Contemporary landscape paintings which are done in a style of surreal illusionism are for sale by David Werner of Werner Art Studios. These paintings are painted in acrylic paint that is applied primarily with an airbrush.
My paintings are illustrations of a moment caught in time.
All the paintings feature some sort of visual paradox: a blue sky with a window in it, a wall composed of a sky, a midday scene with an evening sunset in it or basic shaped objects who sometime find it hard to stay confined to their two-dimensional realm. My land and skies seem bright and sunny, but there is a displacing artificiality about the too-regular clouds and flat stark planes. The point of this interplay between drawn objects and abnormal settings is that the common sense perception of reality is only one way of looking at the world. I want to forcefully demonstrate the paradoxes of perception of a given vista. As in life not all that is perceived as being so is so. My matter-of-fact way of depicting anomalies and incongruities in the fabric of reality often seems to my viewers to be as humorous as it is disquieting. Many of my paintings are laden with visual jokes, such as, does a particular painting represent a moment caught in time within a wall-like boundary, or is it just a spatial form representing a static object such as a wall or sphere. Underlying the humor, however, is a serious attempt to demonstrate the multifaceted character of perceived reality.
In painting, space is an illusion, an indication of three dimensions in two. This is rendered by conventions understood by the work's audience, and conventions vary in different periods and places.
In Art this technique of illusion is called perspective it is used to represent three-dimensional spatial relationships on a two-dimensional surface. The three principal types of perspective are: visual perspective, in which depth is suggested by overlapping and by the smaller size of distant objects: linear perspective, in which lines converge as they approach the horizon: and aerial perspective, in which distant colors become cooler and outlines gradually fade. In my work I emphasize the depth and projection of objects in order to give the paintings an illusionistic quality. Basically speaking illusionism comprises those painterly techniques whereby forms painted on flat planes are made to appear three-dimensional and to exist in deep space. Perspective was largely ignored until the early 15th century, when a radically new conception of space and form was first reflected in the art of the day. A renewed interest in optics and mathematical laws contributed to the resources of Perspective Illusionism. Painters everywhere took pleasure in extreme refinements and visual trickery of various kinds. In Italy the art of illusionism was carried to breathtaking extremes on painted baroque ceilings.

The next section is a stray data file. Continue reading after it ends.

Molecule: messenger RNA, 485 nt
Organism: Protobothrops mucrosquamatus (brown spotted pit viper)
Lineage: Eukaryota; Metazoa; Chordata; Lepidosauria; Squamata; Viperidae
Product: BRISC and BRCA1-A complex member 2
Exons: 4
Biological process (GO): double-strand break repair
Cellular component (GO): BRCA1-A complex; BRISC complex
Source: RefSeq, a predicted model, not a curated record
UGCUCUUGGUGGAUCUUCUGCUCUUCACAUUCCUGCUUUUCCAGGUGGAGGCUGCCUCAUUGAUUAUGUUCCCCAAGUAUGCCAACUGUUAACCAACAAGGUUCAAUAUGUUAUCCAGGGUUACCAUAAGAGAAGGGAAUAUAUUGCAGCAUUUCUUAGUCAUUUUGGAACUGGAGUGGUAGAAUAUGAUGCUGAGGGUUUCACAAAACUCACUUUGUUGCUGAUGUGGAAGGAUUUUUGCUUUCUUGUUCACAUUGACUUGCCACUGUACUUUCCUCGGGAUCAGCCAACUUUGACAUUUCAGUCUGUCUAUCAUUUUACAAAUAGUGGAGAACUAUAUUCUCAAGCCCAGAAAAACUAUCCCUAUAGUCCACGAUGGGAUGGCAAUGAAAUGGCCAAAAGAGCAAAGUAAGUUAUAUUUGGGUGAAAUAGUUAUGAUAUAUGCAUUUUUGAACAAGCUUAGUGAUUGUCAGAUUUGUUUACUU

These landscapes I paint, have their roots in a long unbroken tradition of landscape painting in Asia. Nature oriented paintings done in China and Japan prompted over two thousand years of landscape art. Just as I do today, the Chinese, Japanese, and Koreans did not "copy" nature but imagined their landscapes. These scenes were viewed as an aid to reaching a greater spiritual enlightenment through understanding the essence of nature. The viewer was intended to "walk" meditatively through a terrain and contemplate the philosophical or spiritual meanings of the elements encountered. As in the dream landscapes paintings of the 1930's, I too mix reality and imagination within my landscapes for a symbolic importance.